It is only when the sun is rising that you get a full idea of the depth of mountain ranges behind this sleepy yachting town. Savusavu is a picture perfect safe haven for boats. Situated on Vanua Levu, the second largest island of the Fiji Islands, it has a special place in my heart as my honeymoon destination.
Near Lovoni Village, Ovalau Island, Fiji, a gang of village kids joined us for a swim.
While members of our group egged each other on, taking ages to jump, the kids threw themselves into the water which was about 12 metres down with no fear.
1. Climb to to the top of the hill,
2. suspend yourself from tree branches or roots,
3. leap into water with complete abandon!
I was strangely impressed that the little girl was as fearless as the boys, but I shouldn’t be.
Later we had lunch at their house.
Lovoni has an interesting story – the only way up to the village in the old days was single file through the rainforest on a 6 hour trek. Any warriors that were sent to engage the village in battle were defeated as they were picked off one by one as they walked up the track.
The previous self proclaimed King of Fiji, Cakobau (the great grandfather of Ratu Epenisa Cakobau of
Bau Island) had an agreement with the European settlers at Levuka, which was the old capital of Fiji. He let them build Levuka Town. The people of Lovoni felt that their chief was the paramount chief and that Cakobau had no right to let the Europeans build a town on their island (Ovalau), and furthermore, not so close to them. The town was constructed just over the mountain from the village.
Subsequently, it was apparently great fun to regularly hop over the mountain under cover of darkness and burn down the town of Levuka. The story goes that every time the Lovoni people burned down the town, the townspeople would rebuild. It became a game apparently of who would
tire of the process first. Eight times they burned down the town.
Eventually, King Cakobau sent warriors up through the rainforest track to defeat the Lovoni people and put a stop to the practice of town burning. However, every time, the warriors were defeated due to the terrain.
One day, the King invited the townspeople of Lovoni to town for a big feast to say “sorry” and mend bridges (a sevusevu). Being Fijian, the Lovoni people couldn’t resist the invitation, so off they went to town. On their arrival though, they discovered that they were trapped, and were sold into slavery in the cotton plantations. It was a trick. However, rather than seeing this as a legitimate play of strategy by Cakobau, the Lovoni people to this day carry a lot of bitterness and resentment.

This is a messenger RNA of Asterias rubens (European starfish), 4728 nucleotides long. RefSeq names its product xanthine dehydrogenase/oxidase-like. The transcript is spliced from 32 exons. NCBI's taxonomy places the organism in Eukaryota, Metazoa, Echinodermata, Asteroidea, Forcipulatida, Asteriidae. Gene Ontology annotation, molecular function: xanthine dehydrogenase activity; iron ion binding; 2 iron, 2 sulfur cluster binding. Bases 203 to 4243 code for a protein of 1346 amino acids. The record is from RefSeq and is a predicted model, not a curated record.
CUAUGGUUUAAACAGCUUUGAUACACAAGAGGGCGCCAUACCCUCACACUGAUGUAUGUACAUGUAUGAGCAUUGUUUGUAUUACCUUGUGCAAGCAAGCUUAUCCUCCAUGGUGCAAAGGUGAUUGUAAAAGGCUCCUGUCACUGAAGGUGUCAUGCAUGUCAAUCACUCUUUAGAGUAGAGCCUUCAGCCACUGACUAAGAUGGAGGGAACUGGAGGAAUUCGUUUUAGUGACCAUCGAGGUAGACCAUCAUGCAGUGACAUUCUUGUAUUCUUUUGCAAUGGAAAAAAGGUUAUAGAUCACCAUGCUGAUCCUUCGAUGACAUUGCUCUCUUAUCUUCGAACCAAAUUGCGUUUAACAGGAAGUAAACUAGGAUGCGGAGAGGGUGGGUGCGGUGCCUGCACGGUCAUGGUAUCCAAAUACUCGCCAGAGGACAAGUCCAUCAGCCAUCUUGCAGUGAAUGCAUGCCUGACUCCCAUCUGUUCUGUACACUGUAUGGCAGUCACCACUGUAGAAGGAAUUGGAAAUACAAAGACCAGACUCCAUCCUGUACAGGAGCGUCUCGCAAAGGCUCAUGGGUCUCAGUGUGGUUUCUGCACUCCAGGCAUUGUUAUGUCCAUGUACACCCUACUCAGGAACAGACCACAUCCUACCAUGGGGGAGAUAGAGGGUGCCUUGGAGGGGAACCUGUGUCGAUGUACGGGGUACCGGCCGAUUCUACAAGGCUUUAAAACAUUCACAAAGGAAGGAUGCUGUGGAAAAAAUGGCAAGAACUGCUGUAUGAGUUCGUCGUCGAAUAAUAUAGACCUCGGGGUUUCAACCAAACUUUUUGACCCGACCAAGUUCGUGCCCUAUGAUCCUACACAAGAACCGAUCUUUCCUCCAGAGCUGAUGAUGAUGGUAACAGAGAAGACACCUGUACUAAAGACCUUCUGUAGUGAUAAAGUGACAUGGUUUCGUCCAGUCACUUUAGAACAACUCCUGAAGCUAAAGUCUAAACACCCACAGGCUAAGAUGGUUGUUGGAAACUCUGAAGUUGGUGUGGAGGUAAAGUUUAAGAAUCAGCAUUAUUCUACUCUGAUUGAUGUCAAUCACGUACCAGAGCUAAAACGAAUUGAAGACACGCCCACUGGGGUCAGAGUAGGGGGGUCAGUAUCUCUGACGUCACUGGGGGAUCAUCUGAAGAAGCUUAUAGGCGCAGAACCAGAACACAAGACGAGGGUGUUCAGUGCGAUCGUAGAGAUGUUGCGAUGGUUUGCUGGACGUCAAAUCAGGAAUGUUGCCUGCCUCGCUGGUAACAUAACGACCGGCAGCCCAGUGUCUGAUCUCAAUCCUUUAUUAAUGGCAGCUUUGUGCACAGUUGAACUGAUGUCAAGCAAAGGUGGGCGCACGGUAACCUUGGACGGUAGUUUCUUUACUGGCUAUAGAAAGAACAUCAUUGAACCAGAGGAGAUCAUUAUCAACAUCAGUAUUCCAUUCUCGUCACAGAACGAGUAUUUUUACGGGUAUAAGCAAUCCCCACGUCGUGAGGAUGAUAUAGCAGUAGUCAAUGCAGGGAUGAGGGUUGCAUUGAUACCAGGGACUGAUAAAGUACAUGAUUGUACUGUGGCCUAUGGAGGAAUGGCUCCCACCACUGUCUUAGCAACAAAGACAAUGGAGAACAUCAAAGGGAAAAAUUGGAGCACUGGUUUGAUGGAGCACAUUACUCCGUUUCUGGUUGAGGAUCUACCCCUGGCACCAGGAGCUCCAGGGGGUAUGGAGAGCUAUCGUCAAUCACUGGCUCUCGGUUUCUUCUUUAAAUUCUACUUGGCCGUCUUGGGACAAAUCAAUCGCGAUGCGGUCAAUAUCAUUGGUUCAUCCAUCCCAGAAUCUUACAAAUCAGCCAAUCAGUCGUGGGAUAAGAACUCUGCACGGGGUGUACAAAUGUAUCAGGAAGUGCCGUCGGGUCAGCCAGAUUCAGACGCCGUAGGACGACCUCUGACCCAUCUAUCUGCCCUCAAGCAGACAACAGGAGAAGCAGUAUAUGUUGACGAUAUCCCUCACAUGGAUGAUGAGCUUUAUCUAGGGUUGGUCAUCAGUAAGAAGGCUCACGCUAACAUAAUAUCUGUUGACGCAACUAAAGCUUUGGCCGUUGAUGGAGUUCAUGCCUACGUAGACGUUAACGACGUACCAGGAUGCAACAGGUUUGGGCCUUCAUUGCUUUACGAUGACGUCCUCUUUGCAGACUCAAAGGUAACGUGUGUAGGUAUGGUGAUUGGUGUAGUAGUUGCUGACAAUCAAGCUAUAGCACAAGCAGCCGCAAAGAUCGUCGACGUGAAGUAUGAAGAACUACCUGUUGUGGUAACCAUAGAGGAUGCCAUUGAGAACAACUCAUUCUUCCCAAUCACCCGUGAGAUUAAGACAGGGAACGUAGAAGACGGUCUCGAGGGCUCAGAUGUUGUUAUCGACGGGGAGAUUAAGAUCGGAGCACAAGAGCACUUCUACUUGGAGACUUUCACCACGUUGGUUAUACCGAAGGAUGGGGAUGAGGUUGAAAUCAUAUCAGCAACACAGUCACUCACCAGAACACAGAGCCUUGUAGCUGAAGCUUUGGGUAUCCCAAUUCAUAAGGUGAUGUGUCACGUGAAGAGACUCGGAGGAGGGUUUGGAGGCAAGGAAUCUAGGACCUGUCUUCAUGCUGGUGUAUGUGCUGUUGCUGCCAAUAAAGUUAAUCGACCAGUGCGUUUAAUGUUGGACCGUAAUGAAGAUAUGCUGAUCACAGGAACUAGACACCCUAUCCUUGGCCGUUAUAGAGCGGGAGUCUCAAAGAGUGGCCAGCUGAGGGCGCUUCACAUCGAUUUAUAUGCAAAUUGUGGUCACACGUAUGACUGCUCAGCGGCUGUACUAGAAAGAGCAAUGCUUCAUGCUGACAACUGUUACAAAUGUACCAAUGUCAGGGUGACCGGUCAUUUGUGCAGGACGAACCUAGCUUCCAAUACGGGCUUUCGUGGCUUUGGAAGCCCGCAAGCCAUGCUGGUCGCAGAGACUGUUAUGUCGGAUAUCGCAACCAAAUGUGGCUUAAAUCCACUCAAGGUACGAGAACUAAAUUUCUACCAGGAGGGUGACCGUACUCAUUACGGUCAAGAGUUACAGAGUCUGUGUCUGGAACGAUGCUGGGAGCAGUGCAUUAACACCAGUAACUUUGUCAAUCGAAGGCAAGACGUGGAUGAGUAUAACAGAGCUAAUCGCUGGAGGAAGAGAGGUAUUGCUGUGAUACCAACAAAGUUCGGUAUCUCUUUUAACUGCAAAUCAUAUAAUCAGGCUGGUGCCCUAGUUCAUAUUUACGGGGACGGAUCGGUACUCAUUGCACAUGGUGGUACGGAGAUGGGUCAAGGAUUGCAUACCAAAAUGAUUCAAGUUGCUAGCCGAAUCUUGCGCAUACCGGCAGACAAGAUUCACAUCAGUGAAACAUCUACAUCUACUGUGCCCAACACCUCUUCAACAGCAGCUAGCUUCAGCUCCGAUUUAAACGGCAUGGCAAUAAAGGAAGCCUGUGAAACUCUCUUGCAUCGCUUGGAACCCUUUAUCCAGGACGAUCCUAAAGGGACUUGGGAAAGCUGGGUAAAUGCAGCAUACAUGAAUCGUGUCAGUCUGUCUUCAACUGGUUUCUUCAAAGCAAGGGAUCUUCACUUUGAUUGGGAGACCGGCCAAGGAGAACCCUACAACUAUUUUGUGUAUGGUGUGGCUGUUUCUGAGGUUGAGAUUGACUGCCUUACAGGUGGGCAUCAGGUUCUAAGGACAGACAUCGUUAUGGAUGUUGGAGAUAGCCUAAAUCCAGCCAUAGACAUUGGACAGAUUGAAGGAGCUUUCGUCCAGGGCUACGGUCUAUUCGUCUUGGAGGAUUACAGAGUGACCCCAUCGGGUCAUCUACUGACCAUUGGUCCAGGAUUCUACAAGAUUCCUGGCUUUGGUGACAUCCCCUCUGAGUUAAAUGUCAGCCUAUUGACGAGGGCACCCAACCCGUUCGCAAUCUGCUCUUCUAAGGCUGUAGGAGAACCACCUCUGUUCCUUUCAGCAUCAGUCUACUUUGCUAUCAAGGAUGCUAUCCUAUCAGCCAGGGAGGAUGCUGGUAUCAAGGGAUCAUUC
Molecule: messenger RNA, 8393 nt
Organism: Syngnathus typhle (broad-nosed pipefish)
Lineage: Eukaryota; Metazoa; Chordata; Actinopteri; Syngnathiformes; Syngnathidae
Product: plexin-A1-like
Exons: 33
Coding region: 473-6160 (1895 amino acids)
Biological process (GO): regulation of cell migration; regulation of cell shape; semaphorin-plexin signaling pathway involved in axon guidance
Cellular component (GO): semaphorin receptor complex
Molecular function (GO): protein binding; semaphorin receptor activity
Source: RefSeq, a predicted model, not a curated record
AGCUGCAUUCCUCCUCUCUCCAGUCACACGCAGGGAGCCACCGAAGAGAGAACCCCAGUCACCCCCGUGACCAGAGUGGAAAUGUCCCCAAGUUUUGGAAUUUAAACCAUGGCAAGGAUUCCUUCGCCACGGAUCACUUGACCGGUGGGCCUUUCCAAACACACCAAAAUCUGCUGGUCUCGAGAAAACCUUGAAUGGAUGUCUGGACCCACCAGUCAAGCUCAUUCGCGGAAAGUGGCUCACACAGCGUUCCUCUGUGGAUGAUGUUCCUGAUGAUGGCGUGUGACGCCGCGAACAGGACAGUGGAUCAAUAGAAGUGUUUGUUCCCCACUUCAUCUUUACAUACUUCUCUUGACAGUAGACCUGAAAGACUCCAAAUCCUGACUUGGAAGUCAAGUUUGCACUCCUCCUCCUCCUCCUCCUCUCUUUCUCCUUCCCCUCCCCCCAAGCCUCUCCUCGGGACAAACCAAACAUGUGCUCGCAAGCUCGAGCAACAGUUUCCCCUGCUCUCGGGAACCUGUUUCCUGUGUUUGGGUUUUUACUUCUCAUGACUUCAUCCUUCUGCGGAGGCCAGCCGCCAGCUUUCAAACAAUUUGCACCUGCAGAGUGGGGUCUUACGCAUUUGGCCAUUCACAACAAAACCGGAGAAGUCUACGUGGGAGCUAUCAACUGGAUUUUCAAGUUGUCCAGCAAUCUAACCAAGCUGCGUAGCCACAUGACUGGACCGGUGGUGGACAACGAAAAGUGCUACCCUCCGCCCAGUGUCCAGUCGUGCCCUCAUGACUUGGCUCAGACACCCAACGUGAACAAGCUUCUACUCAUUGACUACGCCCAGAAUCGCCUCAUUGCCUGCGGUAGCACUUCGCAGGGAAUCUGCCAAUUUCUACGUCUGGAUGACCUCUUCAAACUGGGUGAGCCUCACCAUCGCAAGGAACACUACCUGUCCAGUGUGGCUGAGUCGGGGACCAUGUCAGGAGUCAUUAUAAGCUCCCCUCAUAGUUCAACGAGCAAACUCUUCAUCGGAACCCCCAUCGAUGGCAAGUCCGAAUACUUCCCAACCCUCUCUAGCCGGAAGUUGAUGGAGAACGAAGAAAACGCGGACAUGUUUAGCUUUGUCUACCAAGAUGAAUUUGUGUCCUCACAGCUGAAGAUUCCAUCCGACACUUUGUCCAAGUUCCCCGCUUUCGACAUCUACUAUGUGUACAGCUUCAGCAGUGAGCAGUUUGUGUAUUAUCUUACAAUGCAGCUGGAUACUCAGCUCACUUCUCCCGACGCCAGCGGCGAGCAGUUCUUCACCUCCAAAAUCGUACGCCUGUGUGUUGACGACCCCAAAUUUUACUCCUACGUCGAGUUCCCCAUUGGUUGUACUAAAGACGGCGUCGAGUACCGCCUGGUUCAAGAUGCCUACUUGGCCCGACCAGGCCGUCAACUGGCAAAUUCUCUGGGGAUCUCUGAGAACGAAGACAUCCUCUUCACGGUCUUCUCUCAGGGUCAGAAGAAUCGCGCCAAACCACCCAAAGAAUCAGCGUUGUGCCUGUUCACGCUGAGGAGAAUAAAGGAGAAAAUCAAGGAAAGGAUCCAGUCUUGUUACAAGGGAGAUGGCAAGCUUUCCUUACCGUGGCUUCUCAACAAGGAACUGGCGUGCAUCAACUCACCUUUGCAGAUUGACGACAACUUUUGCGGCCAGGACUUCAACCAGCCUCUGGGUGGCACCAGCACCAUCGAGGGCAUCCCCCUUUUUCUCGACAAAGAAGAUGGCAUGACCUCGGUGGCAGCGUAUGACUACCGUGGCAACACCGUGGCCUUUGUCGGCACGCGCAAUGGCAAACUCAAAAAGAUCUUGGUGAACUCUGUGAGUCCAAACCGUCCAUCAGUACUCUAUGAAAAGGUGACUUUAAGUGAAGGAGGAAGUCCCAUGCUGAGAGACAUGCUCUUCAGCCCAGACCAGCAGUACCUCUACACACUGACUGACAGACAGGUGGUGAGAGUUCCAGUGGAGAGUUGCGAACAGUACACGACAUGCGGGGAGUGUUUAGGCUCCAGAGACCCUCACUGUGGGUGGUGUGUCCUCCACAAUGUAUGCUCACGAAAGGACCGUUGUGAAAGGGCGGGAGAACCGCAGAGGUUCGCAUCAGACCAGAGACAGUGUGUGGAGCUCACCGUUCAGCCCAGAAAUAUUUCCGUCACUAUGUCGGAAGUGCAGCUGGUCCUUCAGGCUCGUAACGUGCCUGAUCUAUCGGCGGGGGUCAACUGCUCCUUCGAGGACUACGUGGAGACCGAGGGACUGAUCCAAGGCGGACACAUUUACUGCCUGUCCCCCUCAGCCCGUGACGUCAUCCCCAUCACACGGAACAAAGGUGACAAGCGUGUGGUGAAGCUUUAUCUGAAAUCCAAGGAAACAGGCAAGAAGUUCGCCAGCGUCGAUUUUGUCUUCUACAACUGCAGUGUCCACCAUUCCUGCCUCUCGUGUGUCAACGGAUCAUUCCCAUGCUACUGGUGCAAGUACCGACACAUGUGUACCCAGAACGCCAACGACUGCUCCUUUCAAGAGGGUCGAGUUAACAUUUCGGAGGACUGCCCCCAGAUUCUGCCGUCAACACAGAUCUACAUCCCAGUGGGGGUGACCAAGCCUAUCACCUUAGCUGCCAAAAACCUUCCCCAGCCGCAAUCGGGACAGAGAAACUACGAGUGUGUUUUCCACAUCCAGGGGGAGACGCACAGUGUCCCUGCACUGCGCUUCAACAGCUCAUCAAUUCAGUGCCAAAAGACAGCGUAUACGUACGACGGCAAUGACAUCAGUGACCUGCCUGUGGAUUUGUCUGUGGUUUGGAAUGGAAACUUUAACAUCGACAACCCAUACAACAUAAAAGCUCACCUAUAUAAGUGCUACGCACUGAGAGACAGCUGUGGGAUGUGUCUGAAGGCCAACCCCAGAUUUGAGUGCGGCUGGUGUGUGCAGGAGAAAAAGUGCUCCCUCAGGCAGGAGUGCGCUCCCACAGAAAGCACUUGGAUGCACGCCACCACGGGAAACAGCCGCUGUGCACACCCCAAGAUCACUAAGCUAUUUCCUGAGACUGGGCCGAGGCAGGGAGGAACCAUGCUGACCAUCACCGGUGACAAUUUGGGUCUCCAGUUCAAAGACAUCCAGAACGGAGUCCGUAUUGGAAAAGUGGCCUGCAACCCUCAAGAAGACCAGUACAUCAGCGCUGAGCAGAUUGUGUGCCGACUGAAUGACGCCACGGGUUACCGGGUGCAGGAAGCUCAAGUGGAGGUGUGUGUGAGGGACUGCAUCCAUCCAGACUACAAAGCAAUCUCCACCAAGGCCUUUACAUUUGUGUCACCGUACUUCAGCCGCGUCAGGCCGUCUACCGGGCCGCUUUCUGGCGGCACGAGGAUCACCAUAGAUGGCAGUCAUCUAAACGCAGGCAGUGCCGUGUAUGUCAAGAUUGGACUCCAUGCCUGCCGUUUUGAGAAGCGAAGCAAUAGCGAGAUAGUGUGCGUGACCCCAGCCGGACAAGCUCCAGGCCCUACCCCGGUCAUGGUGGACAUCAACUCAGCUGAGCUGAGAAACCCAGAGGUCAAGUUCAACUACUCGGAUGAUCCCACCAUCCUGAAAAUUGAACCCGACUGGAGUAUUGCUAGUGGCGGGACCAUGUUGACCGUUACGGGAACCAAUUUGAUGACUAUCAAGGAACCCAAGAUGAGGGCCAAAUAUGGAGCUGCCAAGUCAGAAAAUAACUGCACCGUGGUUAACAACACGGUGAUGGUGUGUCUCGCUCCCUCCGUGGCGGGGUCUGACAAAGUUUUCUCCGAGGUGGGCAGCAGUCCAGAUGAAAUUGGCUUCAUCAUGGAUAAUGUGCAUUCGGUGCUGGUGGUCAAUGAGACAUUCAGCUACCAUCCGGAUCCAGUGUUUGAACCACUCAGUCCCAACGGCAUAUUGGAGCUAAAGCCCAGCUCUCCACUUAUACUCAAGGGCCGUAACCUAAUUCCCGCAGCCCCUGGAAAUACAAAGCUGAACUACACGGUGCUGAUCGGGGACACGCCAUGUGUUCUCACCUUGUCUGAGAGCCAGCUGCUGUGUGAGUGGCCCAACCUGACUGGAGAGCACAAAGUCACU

They tell me that the current chief, Ratu Epenisa of Bau has apologized, and that as a concession, the Lovoni people are the only Fijians who are permitted to wear hats in the presence of the Chief. I am not really sure if this is true, but if it is, then it seems to me that still they have been tricked, as this is not a sign of supremacy, but a reminder of their humiliating defeat a hundred and fifty or so years ago. It is a sign that they will not let go of the past.
That sentiment seems to cloud the village, and the village of Lovoni, despite the people’s protestations of supremacy, appears dismal and gloomy to me, especially compared with their rivals, the Bauans of Bau Island. It is amazing that the Chief of Bau ruled Fiji from a tiny island such as Bau.
We were also told that since that disagreement and defeat such a long time ago, that the people of Lovoni no longer eat fresh fish from the sea, as they used to trade with Bau. They are inland people so they used to grow crops and trade with Bau for fish. At lunch we were served boiled vegetables in coconut juice (lolo) with tinned tuna. I am not sure of the truth of this tale, or whether it was a bit of an economy measure and excuse fora poor example of Fijian hospitality. I must say that even at home, my husband would not allow guests to come and be served tinned fish, we would get a fresh fish.
I met some people at Leleuvia Island, an extended family of Americans who had come to remember their mother, who had brought up the family many years ago in Suva. At the end of a long, hot afternoon, I asked Max, the cutest little 8 year old, what he had been doing.
What else? – said I.
Oh, nothing, just playing in the sand with Sophie (his cousin).
Uh-huh, all day.
That night, after dinner, I went to look at the water, and noticed hundreds and hundreds of sandcastles all over the beach, and in the coconut trees. This photo is what was left after high tide the next day, a couple of hours after the family had left the island by boat to start their journey home. A memory of Max and Sophie.
Sandcastles left over from the day before, Leleuvia, Fiji